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Recently, my group and I started working on our letter crafts based on my background with Orton-Gillingham, which suggests that letter crafts should be a sensory-based experience that allows the child to experience the letter they are creating, as they are creating it. I was a bit stumped when the kids wanted to study W for Watermelon, but I think our Watermelon Puffy Paint Letter Craft was the perfect solution!
W is for Watermelon Puffy Paint Letter Craft
My previous crew was not so opinionated about what we studied with each letter – so we did W is for Wave, and made waves in a bottle and waves in paint for exploring the letter “W.”
However, something I’ve learned is that with each new group of kids, the interests and your approach has to change. So when my kids immediately expressed excitement with exploring “W is for Watermelon,” I knew I had to roll with it.
Homemade puffy paint is one of my favorite craft-meets-sensory materials. It’s ready with 2-ingredients and then you can layer in color, scent, or even more texture (adding grains, beads, etc).
How to Make Watermelon Puffy Paint
First, gather your materials:
- 1/2 cup glue
- 1 cup shaving cream
- Green and pink paint (this paint is washable)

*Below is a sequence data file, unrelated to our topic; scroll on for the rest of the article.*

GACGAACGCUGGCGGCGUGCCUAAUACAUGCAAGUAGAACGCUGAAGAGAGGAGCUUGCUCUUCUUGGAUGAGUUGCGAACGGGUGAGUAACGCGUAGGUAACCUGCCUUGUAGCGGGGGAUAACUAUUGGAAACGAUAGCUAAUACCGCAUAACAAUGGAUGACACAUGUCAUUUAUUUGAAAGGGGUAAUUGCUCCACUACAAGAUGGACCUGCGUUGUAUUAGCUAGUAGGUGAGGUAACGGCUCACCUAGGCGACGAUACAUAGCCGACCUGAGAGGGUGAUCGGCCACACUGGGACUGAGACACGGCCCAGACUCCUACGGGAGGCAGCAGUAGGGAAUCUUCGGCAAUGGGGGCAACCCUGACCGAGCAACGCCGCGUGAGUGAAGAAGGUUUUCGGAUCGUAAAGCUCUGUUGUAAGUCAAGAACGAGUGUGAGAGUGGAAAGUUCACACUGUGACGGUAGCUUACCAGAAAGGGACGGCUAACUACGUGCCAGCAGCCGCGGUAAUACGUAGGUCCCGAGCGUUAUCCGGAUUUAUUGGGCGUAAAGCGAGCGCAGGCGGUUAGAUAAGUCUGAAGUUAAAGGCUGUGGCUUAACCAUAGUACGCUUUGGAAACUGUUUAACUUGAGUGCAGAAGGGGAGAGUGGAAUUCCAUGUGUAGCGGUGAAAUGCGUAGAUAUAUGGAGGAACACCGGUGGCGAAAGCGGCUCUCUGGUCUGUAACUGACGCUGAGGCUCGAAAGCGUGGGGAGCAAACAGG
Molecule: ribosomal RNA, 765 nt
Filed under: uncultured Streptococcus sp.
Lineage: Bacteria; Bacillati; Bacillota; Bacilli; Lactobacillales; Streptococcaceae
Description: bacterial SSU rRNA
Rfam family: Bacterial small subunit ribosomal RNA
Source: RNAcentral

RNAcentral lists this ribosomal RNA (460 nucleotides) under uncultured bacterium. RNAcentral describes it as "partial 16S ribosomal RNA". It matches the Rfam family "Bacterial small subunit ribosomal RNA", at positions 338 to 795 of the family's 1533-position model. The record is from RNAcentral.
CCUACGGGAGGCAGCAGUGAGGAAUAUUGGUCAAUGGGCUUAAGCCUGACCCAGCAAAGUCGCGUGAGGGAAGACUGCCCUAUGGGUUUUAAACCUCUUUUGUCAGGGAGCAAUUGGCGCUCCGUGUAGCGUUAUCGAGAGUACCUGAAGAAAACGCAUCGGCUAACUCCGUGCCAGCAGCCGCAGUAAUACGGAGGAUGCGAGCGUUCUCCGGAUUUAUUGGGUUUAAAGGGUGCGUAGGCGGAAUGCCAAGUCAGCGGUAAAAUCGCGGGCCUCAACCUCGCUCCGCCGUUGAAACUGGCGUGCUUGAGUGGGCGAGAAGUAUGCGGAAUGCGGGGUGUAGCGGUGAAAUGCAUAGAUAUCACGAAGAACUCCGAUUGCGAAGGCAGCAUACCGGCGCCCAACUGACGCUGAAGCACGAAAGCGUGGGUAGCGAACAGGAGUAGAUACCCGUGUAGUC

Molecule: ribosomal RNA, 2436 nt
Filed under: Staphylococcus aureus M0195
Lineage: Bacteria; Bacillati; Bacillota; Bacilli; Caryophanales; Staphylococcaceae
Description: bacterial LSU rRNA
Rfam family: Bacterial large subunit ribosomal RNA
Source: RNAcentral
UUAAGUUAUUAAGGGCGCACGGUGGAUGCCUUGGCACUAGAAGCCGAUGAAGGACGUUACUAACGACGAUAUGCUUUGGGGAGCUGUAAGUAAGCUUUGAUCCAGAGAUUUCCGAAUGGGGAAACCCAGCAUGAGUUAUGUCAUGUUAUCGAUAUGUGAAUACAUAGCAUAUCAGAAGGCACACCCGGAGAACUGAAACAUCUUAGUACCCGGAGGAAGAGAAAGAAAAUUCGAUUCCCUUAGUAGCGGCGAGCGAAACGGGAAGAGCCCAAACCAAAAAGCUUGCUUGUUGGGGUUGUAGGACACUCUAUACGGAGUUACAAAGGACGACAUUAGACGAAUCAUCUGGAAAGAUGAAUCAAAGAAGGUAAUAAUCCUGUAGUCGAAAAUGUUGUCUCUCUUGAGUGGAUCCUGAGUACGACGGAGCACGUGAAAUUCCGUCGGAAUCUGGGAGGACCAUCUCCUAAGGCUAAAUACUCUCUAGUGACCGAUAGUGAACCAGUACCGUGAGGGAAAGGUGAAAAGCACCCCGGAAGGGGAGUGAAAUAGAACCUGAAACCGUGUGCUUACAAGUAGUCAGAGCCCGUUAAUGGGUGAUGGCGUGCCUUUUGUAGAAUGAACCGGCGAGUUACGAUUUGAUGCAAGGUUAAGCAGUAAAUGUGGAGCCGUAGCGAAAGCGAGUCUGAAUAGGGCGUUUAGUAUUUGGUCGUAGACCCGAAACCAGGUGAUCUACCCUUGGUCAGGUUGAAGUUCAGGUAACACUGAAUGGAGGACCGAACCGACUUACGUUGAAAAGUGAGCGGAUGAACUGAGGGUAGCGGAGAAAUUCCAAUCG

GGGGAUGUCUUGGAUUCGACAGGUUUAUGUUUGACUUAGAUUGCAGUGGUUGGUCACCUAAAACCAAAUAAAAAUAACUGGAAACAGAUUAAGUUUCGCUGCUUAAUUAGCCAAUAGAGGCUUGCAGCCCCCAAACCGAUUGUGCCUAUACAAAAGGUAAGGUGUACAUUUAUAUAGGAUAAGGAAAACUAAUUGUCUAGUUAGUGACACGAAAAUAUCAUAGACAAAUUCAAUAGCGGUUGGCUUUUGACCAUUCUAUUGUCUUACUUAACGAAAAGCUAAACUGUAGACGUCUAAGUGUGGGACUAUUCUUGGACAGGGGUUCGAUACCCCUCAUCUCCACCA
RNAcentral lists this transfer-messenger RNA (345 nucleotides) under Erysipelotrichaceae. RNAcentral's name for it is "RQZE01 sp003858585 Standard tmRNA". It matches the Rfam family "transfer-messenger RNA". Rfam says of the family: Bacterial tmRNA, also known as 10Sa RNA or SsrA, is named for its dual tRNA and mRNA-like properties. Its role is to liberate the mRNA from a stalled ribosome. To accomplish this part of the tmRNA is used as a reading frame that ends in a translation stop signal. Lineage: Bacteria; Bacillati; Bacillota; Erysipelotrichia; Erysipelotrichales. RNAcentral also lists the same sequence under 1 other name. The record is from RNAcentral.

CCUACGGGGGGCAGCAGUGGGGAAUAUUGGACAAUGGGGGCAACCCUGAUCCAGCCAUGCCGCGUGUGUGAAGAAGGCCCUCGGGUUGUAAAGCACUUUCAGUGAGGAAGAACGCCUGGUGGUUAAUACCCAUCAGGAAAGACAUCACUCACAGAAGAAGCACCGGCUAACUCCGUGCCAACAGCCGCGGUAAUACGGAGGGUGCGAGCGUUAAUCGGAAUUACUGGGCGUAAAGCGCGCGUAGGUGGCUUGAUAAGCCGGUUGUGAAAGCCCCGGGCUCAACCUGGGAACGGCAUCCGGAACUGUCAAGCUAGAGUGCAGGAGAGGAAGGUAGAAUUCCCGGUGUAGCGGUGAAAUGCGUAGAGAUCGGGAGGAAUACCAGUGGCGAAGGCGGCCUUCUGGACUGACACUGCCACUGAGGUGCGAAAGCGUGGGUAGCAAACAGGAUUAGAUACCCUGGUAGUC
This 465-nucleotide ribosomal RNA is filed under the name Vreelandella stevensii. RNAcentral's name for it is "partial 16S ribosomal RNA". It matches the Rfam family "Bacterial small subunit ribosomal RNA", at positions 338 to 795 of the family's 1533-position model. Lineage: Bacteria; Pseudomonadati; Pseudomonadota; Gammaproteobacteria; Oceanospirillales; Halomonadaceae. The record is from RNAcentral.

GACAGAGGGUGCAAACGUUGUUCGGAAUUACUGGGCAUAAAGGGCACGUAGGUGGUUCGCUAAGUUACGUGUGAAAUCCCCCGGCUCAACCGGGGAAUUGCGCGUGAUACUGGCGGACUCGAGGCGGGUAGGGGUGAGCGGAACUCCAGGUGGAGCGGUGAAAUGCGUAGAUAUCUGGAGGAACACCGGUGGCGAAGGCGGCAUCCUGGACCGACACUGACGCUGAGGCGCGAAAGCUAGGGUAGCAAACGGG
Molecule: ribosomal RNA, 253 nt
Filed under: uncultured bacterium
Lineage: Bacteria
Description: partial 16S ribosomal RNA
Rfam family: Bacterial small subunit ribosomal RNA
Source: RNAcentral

- Glitter, optional
- Watermelon food scents/flavoring, optional
- Lentils or black beans for seeds, optional
- “w” shapes cut out of cardstock
A watermelon Kool-aid packet would be perfect for scenting the pink puffy paint. I had a colorless Crystal Light packet from a recent vacation that worked great for ours.
Mix the glue and shaving cream until you get a texture that is not too sticky or airy – you may need to adjust the quantities that I listed. (We stirred ours up with fun ice cream style spoons that are great for little hands to help).
Add in scent, paint, and glitter, if using.
Provide the cardstock w’s and puffy paint to the kids. I provided the scoops for painting, because I was hoping it would encourage them to use their fingers and then result in tracing the letter “w” while painting it.
The paint was cool and squishy and the kids pointed out the w-shape while painting it – how it has two dips and one mountain, how it has all straight lines, etc. Before the paint dried we sprinkled on some lentils to make watermelon seeds.
When the pain dries, this craft stays puffy and 3D-looking making it a cool summer craft to learn the letter “W.”
Do you do letter crafts with your kids?
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